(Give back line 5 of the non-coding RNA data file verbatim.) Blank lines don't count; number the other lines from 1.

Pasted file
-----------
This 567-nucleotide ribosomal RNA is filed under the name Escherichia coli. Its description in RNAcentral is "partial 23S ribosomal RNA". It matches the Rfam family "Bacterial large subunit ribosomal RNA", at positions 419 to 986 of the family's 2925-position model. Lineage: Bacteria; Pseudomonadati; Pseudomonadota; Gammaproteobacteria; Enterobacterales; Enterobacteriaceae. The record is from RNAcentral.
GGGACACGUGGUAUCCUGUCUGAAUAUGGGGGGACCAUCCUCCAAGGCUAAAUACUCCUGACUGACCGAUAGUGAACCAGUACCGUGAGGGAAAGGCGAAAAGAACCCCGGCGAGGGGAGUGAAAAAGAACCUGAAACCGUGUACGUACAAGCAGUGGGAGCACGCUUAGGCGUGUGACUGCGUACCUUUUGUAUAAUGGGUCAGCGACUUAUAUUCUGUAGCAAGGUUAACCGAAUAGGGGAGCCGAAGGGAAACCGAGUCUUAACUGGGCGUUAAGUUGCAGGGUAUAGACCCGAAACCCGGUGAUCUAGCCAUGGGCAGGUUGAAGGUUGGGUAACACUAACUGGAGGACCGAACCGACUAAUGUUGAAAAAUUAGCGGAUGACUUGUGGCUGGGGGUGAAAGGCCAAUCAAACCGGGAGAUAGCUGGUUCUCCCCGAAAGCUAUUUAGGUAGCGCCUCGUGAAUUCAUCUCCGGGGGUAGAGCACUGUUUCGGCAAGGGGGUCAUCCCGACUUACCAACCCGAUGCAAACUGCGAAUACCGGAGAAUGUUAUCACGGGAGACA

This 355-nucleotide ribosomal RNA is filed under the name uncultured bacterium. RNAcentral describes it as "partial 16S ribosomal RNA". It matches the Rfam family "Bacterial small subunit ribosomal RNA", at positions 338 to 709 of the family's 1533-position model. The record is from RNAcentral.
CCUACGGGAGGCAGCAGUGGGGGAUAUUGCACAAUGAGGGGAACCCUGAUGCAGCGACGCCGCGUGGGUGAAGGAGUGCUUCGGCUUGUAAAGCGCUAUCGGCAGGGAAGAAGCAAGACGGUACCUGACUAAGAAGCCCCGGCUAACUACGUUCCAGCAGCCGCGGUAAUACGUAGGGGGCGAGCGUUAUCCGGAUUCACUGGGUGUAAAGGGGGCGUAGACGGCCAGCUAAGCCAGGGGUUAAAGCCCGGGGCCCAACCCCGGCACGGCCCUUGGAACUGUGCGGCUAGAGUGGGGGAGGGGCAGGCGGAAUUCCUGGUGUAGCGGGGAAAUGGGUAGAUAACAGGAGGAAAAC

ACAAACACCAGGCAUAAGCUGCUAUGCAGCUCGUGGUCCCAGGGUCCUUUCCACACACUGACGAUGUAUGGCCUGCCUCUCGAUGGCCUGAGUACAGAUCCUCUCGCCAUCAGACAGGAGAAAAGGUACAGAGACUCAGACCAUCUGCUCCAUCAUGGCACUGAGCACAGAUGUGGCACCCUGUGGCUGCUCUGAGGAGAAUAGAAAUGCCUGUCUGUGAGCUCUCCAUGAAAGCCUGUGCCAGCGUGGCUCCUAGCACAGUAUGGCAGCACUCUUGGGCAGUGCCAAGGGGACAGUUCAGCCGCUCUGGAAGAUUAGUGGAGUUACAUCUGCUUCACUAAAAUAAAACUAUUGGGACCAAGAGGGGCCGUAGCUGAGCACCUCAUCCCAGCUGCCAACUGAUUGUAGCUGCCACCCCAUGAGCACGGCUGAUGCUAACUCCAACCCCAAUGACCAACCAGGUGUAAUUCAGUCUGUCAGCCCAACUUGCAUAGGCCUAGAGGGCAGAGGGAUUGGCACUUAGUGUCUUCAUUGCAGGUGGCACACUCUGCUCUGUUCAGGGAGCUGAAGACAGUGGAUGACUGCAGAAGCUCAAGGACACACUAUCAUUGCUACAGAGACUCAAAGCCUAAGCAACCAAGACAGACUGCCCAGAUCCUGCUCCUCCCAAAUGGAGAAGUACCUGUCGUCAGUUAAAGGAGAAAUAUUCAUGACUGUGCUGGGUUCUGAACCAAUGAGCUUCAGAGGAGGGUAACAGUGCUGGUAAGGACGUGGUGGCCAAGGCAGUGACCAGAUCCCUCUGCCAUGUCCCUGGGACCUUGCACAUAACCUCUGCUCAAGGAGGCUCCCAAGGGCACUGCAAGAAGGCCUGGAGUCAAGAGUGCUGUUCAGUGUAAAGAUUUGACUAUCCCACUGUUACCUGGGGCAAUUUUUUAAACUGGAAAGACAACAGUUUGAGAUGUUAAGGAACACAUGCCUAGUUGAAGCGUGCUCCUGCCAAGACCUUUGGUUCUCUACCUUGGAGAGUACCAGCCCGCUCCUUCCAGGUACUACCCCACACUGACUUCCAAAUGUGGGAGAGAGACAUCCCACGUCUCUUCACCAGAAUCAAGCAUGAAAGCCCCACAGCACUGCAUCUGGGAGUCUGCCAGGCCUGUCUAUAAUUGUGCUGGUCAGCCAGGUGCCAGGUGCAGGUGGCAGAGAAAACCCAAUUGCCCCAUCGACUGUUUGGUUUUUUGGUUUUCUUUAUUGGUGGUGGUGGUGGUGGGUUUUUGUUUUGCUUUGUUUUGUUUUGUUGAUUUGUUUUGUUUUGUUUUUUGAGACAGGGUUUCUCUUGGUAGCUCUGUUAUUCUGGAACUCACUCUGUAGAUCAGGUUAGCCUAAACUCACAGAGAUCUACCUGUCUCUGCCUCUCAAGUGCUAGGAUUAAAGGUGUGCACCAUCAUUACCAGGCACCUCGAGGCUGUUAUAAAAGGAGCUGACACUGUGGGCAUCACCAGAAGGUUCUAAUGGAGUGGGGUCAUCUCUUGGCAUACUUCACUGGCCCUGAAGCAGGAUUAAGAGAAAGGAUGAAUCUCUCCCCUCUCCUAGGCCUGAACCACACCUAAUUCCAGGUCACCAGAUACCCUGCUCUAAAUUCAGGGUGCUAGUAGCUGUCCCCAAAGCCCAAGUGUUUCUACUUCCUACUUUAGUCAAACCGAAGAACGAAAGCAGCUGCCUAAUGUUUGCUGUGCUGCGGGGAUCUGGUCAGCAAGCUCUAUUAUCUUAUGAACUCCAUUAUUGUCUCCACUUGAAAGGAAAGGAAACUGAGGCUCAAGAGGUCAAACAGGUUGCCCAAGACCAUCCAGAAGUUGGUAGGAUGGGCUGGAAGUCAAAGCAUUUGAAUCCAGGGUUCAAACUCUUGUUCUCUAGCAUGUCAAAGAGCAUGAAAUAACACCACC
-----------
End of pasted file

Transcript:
ACAAACACCAGGCAUAAGCUGCUAUGCAGCUCGUGGUCCCAGGGUCCUUUCCACACACUGACGAUGUAUGGCCUGCCUCUCGAUGGCCUGAGUACAGAUCCUCUCGCCAUCAGACAGGAGAAAAGGUACAGAGACUCAGACCAUCUGCUCCAUCAUGGCACUGAGCACAGAUGUGGCACCCUGUGGCUGCUCUGAGGAGAAUAGAAAUGCCUGUCUGUGAGCUCUCCAUGAAAGCCUGUGCCAGCGUGGCUCCUAGCACAGUAUGGCAGCACUCUUGGGCAGUGCCAAGGGGACAGUUCAGCCGCUCUGGAAGAUUAGUGGAGUUACAUCUGCUUCACUAAAAUAAAACUAUUGGGACCAAGAGGGGCCGUAGCUGAGCACCUCAUCCCAGCUGCCAACUGAUUGUAGCUGCCACCCCAUGAGCACGGCUGAUGCUAACUCCAACCCCAAUGACCAACCAGGUGUAAUUCAGUCUGUCAGCCCAACUUGCAUAGGCCUAGAGGGCAGAGGGAUUGGCACUUAGUGUCUUCAUUGCAGGUGGCACACUCUGCUCUGUUCAGGGAGCUGAAGACAGUGGAUGACUGCAGAAGCUCAAGGACACACUAUCAUUGCUACAGAGACUCAAAGCCUAAGCAACCAAGACAGACUGCCCAGAUCCUGCUCCUCCCAAAUGGAGAAGUACCUGUCGUCAGUUAAAGGAGAAAUAUUCAUGACUGUGCUGGGUUCUGAACCAAUGAGCUUCAGAGGAGGGUAACAGUGCUGGUAAGGACGUGGUGGCCAAGGCAGUGACCAGAUCCCUCUGCCAUGUCCCUGGGACCUUGCACAUAACCUCUGCUCAAGGAGGCUCCCAAGGGCACUGCAAGAAGGCCUGGAGUCAAGAGUGCUGUUCAGUGUAAAGAUUUGACUAUCCCACUGUUACCUGGGGCAAUUUUUUAAACUGGAAAGACAACAGUUUGAGAUGUUAAGGAACACAUGCCUAGUUGAAGCGUGCUCCUGCCAAGACCUUUGGUUCUCUACCUUGGAGAGUACCAGCCCGCUCCUUCCAGGUACUACCCCACACUGACUUCCAAAUGUGGGAGAGAGACAUCCCACGUCUCUUCACCAGAAUCAAGCAUGAAAGCCCCACAGCACUGCAUCUGGGAGUCUGCCAGGCCUGUCUAUAAUUGUGCUGGUCAGCCAGGUGCCAGGUGCAGGUGGCAGAGAAAACCCAAUUGCCCCAUCGACUGUUUGGUUUUUUGGUUUUCUUUAUUGGUGGUGGUGGUGGUGGGUUUUUGUUUUGCUUUGUUUUGUUUUGUUGAUUUGUUUUGUUUUGUUUUUUGAGACAGGGUUUCUCUUGGUAGCUCUGUUAUUCUGGAACUCACUCUGUAGAUCAGGUUAGCCUAAACUCACAGAGAUCUACCUGUCUCUGCCUCUCAAGUGCUAGGAUUAAAGGUGUGCACCAUCAUUACCAGGCACCUCGAGGCUGUUAUAAAAGGAGCUGACACUGUGGGCAUCACCAGAAGGUUCUAAUGGAGUGGGGUCAUCUCUUGGCAUACUUCACUGGCCCUGAAGCAGGAUUAAGAGAAAGGAUGAAUCUCUCCCCUCUCCUAGGCCUGAACCACACCUAAUUCCAGGUCACCAGAUACCCUGCUCUAAAUUCAGGGUGCUAGUAGCUGUCCCCAAAGCCCAAGUGUUUCUACUUCCUACUUUAGUCAAACCGAAGAACGAAAGCAGCUGCCUAAUGUUUGCUGUGCUGCGGGGAUCUGGUCAGCAAGCUCUAUUAUCUUAUGAACUCCAUUAUUGUCUCCACUUGAAAGGAAAGGAAACUGAGGCUCAAGAGGUCAAACAGGUUGCCCAAGACCAUCCAGAAGUUGGUAGGAUGGGCUGGAAGUCAAAGCAUUUGAAUCCAGGGUUCAAACUCUUGUUCUCUAGCAUGUCAAAGAGCAUGAAAUAACACCACC